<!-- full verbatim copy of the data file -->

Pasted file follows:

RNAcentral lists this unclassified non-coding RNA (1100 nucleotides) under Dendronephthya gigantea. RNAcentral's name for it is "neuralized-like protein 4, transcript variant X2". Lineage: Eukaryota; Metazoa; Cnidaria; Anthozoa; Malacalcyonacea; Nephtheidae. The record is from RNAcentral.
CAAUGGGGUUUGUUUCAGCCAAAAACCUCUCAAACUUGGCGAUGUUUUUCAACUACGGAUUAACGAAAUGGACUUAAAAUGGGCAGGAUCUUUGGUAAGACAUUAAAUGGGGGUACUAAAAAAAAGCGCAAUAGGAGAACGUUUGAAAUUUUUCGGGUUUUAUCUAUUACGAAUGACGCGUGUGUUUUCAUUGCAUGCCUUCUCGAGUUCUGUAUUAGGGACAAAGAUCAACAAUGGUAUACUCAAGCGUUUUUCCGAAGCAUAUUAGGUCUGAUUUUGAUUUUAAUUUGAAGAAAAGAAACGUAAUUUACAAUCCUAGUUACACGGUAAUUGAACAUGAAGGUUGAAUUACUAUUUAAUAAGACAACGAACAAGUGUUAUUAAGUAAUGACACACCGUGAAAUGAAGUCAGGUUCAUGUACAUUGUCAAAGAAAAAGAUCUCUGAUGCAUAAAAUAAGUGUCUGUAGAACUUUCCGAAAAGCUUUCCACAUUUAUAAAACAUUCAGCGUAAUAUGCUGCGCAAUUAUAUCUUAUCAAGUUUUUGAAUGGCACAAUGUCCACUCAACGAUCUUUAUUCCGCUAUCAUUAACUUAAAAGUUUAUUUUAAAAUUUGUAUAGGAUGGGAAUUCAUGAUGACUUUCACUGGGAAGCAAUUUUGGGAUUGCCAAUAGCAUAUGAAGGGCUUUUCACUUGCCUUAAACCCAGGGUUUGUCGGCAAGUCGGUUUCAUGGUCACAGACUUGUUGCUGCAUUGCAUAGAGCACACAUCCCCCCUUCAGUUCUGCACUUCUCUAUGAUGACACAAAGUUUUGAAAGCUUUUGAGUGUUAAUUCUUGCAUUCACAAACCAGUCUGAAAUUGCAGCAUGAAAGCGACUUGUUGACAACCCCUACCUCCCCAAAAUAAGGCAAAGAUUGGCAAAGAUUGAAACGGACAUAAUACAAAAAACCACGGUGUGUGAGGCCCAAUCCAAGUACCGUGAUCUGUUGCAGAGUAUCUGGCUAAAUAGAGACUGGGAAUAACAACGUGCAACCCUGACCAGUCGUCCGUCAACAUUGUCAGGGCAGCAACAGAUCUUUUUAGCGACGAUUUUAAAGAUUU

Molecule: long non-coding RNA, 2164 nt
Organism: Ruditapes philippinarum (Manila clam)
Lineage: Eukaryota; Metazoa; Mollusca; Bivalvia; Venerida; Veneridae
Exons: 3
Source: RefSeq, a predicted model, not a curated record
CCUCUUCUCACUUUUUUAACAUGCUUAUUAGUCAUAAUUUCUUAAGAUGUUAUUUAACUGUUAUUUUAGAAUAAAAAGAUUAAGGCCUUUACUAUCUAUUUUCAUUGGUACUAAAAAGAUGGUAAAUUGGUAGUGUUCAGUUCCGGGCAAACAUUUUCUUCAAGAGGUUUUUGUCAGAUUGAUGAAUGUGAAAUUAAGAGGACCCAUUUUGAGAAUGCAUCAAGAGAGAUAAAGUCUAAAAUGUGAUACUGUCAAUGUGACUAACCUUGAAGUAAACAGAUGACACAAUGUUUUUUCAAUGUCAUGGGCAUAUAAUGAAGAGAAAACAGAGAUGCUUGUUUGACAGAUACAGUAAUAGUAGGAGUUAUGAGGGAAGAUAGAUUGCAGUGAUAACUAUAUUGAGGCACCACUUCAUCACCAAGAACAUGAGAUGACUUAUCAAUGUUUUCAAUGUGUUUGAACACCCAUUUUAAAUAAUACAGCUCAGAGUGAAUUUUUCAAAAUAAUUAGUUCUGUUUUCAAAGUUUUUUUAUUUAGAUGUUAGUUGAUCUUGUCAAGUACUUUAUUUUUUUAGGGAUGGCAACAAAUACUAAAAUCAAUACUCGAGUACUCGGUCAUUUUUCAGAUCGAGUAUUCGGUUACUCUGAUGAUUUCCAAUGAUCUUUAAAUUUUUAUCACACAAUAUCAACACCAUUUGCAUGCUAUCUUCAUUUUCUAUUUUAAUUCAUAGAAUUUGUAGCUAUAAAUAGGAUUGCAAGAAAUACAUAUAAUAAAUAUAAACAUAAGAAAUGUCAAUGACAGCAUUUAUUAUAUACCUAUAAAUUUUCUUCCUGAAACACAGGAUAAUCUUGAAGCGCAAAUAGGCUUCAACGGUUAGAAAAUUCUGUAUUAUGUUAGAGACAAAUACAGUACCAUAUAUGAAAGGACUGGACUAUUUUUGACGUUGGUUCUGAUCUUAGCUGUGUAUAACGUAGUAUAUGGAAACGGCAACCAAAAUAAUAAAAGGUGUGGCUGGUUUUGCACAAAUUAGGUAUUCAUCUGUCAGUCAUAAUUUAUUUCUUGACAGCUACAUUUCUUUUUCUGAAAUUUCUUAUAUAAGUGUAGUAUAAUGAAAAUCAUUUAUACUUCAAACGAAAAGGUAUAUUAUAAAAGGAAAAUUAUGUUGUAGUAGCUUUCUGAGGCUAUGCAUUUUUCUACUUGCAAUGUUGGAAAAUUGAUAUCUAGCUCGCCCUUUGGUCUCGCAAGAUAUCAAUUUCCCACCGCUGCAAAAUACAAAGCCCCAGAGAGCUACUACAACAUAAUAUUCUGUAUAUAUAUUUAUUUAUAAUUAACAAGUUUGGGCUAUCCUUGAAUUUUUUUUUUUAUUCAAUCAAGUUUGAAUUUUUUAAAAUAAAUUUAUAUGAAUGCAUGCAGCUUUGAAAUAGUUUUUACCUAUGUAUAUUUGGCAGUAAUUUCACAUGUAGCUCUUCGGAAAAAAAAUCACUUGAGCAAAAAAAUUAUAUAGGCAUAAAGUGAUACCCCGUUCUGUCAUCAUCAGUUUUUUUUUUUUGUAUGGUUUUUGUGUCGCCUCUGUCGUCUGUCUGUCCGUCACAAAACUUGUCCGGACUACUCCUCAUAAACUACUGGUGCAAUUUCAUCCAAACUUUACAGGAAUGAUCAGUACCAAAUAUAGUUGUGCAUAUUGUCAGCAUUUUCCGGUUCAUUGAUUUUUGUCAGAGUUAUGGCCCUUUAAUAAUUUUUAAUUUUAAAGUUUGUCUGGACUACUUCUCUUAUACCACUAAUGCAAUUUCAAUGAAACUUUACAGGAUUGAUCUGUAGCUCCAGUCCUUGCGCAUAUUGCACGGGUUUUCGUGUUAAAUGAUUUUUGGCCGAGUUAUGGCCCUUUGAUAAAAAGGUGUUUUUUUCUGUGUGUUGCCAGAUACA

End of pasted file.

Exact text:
RNAcentral lists this unclassified non-coding RNA (1100 nucleotides) under Dendronephthya gigantea. RNAcentral's name for it is "neuralized-like protein 4, transcript variant X2". Lineage: Eukaryota; Metazoa; Cnidaria; Anthozoa; Malacalcyonacea; Nephtheidae. The record is from RNAcentral.
CAAUGGGGUUUGUUUCAGCCAAAAACCUCUCAAACUUGGCGAUGUUUUUCAACUACGGAUUAACGAAAUGGACUUAAAAUGGGCAGGAUCUUUGGUAAGACAUUAAAUGGGGGUACUAAAAAAAAGCGCAAUAGGAGAACGUUUGAAAUUUUUCGGGUUUUAUCUAUUACGAAUGACGCGUGUGUUUUCAUUGCAUGCCUUCUCGAGUUCUGUAUUAGGGACAAAGAUCAACAAUGGUAUACUCAAGCGUUUUUCCGAAGCAUAUUAGGUCUGAUUUUGAUUUUAAUUUGAAGAAAAGAAACGUAAUUUACAAUCCUAGUUACACGGUAAUUGAACAUGAAGGUUGAAUUACUAUUUAAUAAGACAACGAACAAGUGUUAUUAAGUAAUGACACACCGUGAAAUGAAGUCAGGUUCAUGUACAUUGUCAAAGAAAAAGAUCUCUGAUGCAUAAAAUAAGUGUCUGUAGAACUUUCCGAAAAGCUUUCCACAUUUAUAAAACAUUCAGCGUAAUAUGCUGCGCAAUUAUAUCUUAUCAAGUUUUUGAAUGGCACAAUGUCCACUCAACGAUCUUUAUUCCGCUAUCAUUAACUUAAAAGUUUAUUUUAAAAUUUGUAUAGGAUGGGAAUUCAUGAUGACUUUCACUGGGAAGCAAUUUUGGGAUUGCCAAUAGCAUAUGAAGGGCUUUUCACUUGCCUUAAACCCAGGGUUUGUCGGCAAGUCGGUUUCAUGGUCACAGACUUGUUGCUGCAUUGCAUAGAGCACACAUCCCCCCUUCAGUUCUGCACUUCUCUAUGAUGACACAAAGUUUUGAAAGCUUUUGAGUGUUAAUUCUUGCAUUCACAAACCAGUCUGAAAUUGCAGCAUGAAAGCGACUUGUUGACAACCCCUACCUCCCCAAAAUAAGGCAAAGAUUGGCAAAGAUUGAAACGGACAUAAUACAAAAAACCACGGUGUGUGAGGCCCAAUCCAAGUACCGUGAUCUGUUGCAGAGUAUCUGGCUAAAUAGAGACUGGGAAUAACAACGUGCAACCCUGACCAGUCGUCCGUCAACAUUGUCAGGGCAGCAACAGAUCUUUUUAGCGACGAUUUUAAAGAUUU

Molecule: long non-coding RNA, 2164 nt
Organism: Ruditapes philippinarum (Manila clam)
Lineage: Eukaryota; Metazoa; Mollusca; Bivalvia; Venerida; Veneridae
Exons: 3
Source: RefSeq, a predicted model, not a curated record
CCUCUUCUCACUUUUUUAACAUGCUUAUUAGUCAUAAUUUCUUAAGAUGUUAUUUAACUGUUAUUUUAGAAUAAAAAGAUUAAGGCCUUUACUAUCUAUUUUCAUUGGUACUAAAAAGAUGGUAAAUUGGUAGUGUUCAGUUCCGGGCAAACAUUUUCUUCAAGAGGUUUUUGUCAGAUUGAUGAAUGUGAAAUUAAGAGGACCCAUUUUGAGAAUGCAUCAAGAGAGAUAAAGUCUAAAAUGUGAUACUGUCAAUGUGACUAACCUUGAAGUAAACAGAUGACACAAUGUUUUUUCAAUGUCAUGGGCAUAUAAUGAAGAGAAAACAGAGAUGCUUGUUUGACAGAUACAGUAAUAGUAGGAGUUAUGAGGGAAGAUAGAUUGCAGUGAUAACUAUAUUGAGGCACCACUUCAUCACCAAGAACAUGAGAUGACUUAUCAAUGUUUUCAAUGUGUUUGAACACCCAUUUUAAAUAAUACAGCUCAGAGUGAAUUUUUCAAAAUAAUUAGUUCUGUUUUCAAAGUUUUUUUAUUUAGAUGUUAGUUGAUCUUGUCAAGUACUUUAUUUUUUUAGGGAUGGCAACAAAUACUAAAAUCAAUACUCGAGUACUCGGUCAUUUUUCAGAUCGAGUAUUCGGUUACUCUGAUGAUUUCCAAUGAUCUUUAAAUUUUUAUCACACAAUAUCAACACCAUUUGCAUGCUAUCUUCAUUUUCUAUUUUAAUUCAUAGAAUUUGUAGCUAUAAAUAGGAUUGCAAGAAAUACAUAUAAUAAAUAUAAACAUAAGAAAUGUCAAUGACAGCAUUUAUUAUAUACCUAUAAAUUUUCUUCCUGAAACACAGGAUAAUCUUGAAGCGCAAAUAGGCUUCAACGGUUAGAAAAUUCUGUAUUAUGUUAGAGACAAAUACAGUACCAUAUAUGAAAGGACUGGACUAUUUUUGACGUUGGUUCUGAUCUUAGCUGUGUAUAACGUAGUAUAUGGAAACGGCAACCAAAAUAAUAAAAGGUGUGGCUGGUUUUGCACAAAUUAGGUAUUCAUCUGUCAGUCAUAAUUUAUUUCUUGACAGCUACAUUUCUUUUUCUGAAAUUUCUUAUAUAAGUGUAGUAUAAUGAAAAUCAUUUAUACUUCAAACGAAAAGGUAUAUUAUAAAAGGAAAAUUAUGUUGUAGUAGCUUUCUGAGGCUAUGCAUUUUUCUACUUGCAAUGUUGGAAAAUUGAUAUCUAGCUCGCCCUUUGGUCUCGCAAGAUAUCAAUUUCCCACCGCUGCAAAAUACAAAGCCCCAGAGAGCUACUACAACAUAAUAUUCUGUAUAUAUAUUUAUUUAUAAUUAACAAGUUUGGGCUAUCCUUGAAUUUUUUUUUUUAUUCAAUCAAGUUUGAAUUUUUUAAAAUAAAUUUAUAUGAAUGCAUGCAGCUUUGAAAUAGUUUUUACCUAUGUAUAUUUGGCAGUAAUUUCACAUGUAGCUCUUCGGAAAAAAAAUCACUUGAGCAAAAAAAUUAUAUAGGCAUAAAGUGAUACCCCGUUCUGUCAUCAUCAGUUUUUUUUUUUUGUAUGGUUUUUGUGUCGCCUCUGUCGUCUGUCUGUCCGUCACAAAACUUGUCCGGACUACUCCUCAUAAACUACUGGUGCAAUUUCAUCCAAACUUUACAGGAAUGAUCAGUACCAAAUAUAGUUGUGCAUAUUGUCAGCAUUUUCCGGUUCAUUGAUUUUUGUCAGAGUUAUGGCCCUUUAAUAAUUUUUAAUUUUAAAGUUUGUCUGGACUACUUCUCUUAUACCACUAAUGCAAUUUCAAUGAAACUUUACAGGAUUGAUCUGUAGCUCCAGUCCUUGCGCAUAUUGCACGGGUUUUCGUGUUAAAUGAUUUUUGGCCGAGUUAUGGCCCUUUGAUAAAAAGGUGUUUUUUUCUGUGUGUUGCCAGAUACA